You've sent for your credit report and paid extra for your credit score. Now what?
You probably sent for it because you want to know one thing: How good (or bad) is your credit?
But instead of a straight answer for your trouble, your report consists of a list of current and past debts plus a number. And what that number means can vary widely.
"Every company sets its own criteria," says Maxine Sweet, vice president of public education for Experian, one of the three major credit bureaus.
At the same time, that number is becoming more important in everyday life, as everyone from insurance companies to potential employers have started looking at credit histories and scores.
"More nontraditional types of entities are using credit scores," says Janet Garkey, editor with the Credit Union National Association's Center for Personal Finance.
While credit ratings and credit scores take on more meaning and importance in everyday life, so do the misunderstandings and misconceptions that surround them.
Myth: There's just one type of credit score.
"There are a lot of different scoring models out there," Garkey says. Making it even more confusing, different creditors will look at different factors, she says. "They don't necessarily look at the same thing."
Many larger financial institutions have their own scoring system (which you may or may not ever see). Credit bureaus also have their own separate scoring system, which they sell to creditors and consumers. Several years ago, the three bureaus banded together to introduce a new numerical rating system.
Dubbed the Vantage score, it runs from 501 to 990 and also gives consumers an academic letter grade.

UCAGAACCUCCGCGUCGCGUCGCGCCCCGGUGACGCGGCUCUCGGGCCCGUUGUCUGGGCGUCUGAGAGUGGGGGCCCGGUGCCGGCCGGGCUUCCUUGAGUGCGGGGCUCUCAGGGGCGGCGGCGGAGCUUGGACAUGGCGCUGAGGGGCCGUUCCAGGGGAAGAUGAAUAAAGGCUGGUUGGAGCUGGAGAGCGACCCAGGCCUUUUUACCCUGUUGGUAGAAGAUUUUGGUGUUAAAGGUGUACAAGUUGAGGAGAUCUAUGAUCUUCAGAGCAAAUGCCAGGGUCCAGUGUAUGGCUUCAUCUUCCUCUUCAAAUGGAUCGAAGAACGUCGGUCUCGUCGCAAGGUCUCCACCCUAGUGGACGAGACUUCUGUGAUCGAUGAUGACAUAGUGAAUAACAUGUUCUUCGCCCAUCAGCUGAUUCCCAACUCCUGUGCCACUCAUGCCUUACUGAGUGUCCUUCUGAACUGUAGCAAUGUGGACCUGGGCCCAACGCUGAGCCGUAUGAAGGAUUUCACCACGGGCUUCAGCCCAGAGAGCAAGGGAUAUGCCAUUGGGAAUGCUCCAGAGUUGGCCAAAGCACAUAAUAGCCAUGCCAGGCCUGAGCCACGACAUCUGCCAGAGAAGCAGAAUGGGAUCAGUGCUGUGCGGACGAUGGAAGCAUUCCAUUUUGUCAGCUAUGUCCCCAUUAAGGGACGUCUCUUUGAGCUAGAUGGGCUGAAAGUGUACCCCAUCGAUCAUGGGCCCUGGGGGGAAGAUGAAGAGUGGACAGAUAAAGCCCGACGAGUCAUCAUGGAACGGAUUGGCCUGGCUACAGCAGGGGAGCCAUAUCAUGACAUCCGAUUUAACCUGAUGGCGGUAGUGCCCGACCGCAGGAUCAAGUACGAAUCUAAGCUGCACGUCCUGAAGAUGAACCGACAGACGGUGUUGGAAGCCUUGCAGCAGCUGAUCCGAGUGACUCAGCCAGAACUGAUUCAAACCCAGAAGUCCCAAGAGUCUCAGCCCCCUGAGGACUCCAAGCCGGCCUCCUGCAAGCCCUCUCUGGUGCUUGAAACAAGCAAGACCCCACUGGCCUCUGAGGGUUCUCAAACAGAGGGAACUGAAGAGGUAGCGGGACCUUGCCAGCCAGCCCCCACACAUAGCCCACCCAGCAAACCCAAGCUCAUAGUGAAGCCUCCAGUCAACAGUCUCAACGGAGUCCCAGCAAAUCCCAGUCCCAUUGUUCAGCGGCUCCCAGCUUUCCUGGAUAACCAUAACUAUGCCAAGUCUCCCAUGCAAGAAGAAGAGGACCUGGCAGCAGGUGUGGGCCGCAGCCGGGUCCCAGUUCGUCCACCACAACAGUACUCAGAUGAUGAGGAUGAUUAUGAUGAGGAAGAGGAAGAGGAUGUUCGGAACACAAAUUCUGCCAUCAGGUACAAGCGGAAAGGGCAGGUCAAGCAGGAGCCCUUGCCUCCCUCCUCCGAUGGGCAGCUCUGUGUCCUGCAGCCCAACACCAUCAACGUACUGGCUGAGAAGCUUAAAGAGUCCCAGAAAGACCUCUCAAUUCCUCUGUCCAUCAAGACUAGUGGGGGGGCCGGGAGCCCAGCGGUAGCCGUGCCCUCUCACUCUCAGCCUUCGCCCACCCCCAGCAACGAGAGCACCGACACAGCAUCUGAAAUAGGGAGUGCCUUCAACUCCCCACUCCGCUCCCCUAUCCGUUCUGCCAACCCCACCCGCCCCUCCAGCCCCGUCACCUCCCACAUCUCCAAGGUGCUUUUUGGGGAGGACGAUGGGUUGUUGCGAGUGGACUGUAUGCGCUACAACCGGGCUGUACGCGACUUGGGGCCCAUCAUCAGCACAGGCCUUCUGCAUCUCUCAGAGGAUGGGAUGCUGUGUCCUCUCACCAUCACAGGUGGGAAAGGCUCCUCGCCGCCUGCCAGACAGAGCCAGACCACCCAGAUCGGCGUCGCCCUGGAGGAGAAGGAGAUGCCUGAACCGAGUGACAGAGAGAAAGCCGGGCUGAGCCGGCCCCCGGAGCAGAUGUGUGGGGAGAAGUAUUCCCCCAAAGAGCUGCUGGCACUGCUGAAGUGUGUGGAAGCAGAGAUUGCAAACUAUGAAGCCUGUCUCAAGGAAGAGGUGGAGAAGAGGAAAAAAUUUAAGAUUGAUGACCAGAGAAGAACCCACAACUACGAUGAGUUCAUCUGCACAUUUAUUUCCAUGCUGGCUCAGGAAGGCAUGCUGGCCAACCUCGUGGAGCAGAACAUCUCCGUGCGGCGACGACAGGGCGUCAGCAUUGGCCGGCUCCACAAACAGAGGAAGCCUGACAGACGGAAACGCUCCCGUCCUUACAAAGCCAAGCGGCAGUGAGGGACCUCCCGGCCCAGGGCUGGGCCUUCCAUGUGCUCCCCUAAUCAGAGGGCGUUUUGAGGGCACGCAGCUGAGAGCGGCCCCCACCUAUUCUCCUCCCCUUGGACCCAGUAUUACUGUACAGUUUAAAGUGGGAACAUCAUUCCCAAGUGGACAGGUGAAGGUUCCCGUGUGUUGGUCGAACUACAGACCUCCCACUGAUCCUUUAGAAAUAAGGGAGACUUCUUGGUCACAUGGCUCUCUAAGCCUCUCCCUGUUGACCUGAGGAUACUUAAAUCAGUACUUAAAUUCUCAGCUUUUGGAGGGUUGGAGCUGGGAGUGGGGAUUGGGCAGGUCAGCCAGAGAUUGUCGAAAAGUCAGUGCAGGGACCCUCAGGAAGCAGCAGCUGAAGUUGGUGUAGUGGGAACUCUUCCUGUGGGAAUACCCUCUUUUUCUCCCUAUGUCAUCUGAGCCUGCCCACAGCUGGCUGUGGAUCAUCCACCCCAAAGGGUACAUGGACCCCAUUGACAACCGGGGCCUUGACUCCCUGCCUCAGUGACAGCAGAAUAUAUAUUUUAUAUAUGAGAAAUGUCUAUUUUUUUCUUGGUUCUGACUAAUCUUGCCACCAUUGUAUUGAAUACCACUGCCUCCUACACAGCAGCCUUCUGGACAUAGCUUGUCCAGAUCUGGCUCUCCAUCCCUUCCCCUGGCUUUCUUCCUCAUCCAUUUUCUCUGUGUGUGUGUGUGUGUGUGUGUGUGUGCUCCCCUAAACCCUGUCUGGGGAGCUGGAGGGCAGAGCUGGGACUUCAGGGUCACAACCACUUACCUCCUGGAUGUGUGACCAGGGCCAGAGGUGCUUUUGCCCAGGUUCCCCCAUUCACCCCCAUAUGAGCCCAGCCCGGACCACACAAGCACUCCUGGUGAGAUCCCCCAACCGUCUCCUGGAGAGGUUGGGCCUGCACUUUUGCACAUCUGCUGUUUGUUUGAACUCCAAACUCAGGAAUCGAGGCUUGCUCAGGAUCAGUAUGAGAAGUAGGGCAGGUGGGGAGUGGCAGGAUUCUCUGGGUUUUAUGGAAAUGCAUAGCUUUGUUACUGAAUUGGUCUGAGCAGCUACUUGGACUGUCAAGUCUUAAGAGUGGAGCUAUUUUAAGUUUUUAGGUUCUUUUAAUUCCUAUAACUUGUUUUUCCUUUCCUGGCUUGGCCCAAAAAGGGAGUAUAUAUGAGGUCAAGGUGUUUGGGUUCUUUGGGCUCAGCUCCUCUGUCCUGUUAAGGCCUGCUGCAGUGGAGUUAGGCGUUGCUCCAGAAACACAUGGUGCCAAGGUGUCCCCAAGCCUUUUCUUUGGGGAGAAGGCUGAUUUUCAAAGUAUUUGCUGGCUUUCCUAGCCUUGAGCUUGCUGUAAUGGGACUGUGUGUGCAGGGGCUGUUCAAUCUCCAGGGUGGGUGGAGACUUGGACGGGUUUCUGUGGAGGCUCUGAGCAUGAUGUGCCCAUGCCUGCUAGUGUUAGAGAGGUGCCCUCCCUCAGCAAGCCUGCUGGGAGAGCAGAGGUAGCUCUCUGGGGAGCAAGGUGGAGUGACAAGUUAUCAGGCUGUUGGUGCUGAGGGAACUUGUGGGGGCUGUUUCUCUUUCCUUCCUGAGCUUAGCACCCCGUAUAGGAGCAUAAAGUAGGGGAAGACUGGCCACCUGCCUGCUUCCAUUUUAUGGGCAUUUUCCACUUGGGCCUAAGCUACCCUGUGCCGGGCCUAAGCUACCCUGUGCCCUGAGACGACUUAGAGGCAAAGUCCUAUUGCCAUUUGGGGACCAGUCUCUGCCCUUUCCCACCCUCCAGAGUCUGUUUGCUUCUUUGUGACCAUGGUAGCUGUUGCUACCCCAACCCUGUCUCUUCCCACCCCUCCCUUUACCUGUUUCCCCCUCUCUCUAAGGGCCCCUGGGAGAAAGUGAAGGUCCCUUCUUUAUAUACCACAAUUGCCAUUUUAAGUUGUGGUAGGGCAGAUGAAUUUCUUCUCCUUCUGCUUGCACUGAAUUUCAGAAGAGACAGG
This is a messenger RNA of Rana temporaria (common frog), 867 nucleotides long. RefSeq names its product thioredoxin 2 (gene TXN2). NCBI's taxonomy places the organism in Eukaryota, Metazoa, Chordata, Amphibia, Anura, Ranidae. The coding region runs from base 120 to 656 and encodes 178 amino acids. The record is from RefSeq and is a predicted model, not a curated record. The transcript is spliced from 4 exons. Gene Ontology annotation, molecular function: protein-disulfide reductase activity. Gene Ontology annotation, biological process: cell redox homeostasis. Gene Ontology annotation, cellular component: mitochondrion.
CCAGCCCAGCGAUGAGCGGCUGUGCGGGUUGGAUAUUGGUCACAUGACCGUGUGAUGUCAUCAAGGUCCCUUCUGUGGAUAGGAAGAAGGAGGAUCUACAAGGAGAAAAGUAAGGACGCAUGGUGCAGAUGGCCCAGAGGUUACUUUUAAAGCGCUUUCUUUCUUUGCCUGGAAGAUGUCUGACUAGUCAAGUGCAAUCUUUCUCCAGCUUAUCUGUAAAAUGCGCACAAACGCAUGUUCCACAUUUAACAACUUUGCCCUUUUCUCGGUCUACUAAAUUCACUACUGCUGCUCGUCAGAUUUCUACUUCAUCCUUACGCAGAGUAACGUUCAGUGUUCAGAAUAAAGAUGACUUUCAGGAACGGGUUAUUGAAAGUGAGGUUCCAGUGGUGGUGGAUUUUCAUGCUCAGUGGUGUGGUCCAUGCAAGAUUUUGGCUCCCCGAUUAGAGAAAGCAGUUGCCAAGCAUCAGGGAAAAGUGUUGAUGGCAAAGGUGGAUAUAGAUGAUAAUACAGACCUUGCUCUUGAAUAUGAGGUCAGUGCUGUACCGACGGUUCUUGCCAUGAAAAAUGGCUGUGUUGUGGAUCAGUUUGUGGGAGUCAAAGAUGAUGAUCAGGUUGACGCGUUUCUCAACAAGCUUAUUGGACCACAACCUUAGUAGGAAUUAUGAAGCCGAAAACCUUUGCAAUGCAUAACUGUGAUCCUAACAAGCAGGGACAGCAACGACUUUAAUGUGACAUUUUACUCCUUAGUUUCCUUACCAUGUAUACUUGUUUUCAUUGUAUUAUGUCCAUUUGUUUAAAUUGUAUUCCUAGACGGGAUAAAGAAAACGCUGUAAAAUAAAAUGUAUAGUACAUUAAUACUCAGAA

But when it comes to credit scores, one of the most common versions is the FICO score. "It's the 800-pound gorilla," says Craig Watts, public affairs manager with Fair Isaac Corp., the company that pioneered credit scoring and introduced FICO scores nearly 20 years ago.
A FICO score can range from 300 (very bad) to 850 (very good). The median is 723, according to Fair Isaac statistics.
Some reassuring news: The majority of consumers still have good credit. Forty-five percent of consumers have a score between 700 and 799, and 13 percent score above 800, according to statistics from Fair Isaac.
Just like the SATs, perfect scores are rare. Even though 850 FICO scores do exist, high scores taper off around 825, says Sweet. "You can't get much better -- that's pretty much walking on water," she says.
Now for the rest of the population: 27 percent rank above 600, and 13 percent weigh in above 500. Only 2 percent have 500 or below, according to Fair Isaac numbers.
Myth: There's only one yardstick for assessing what the numbers mean.
Even with the same brand of credit score, different lenders will set different ranges for what constitutes good, better and solid-gold credit ratings.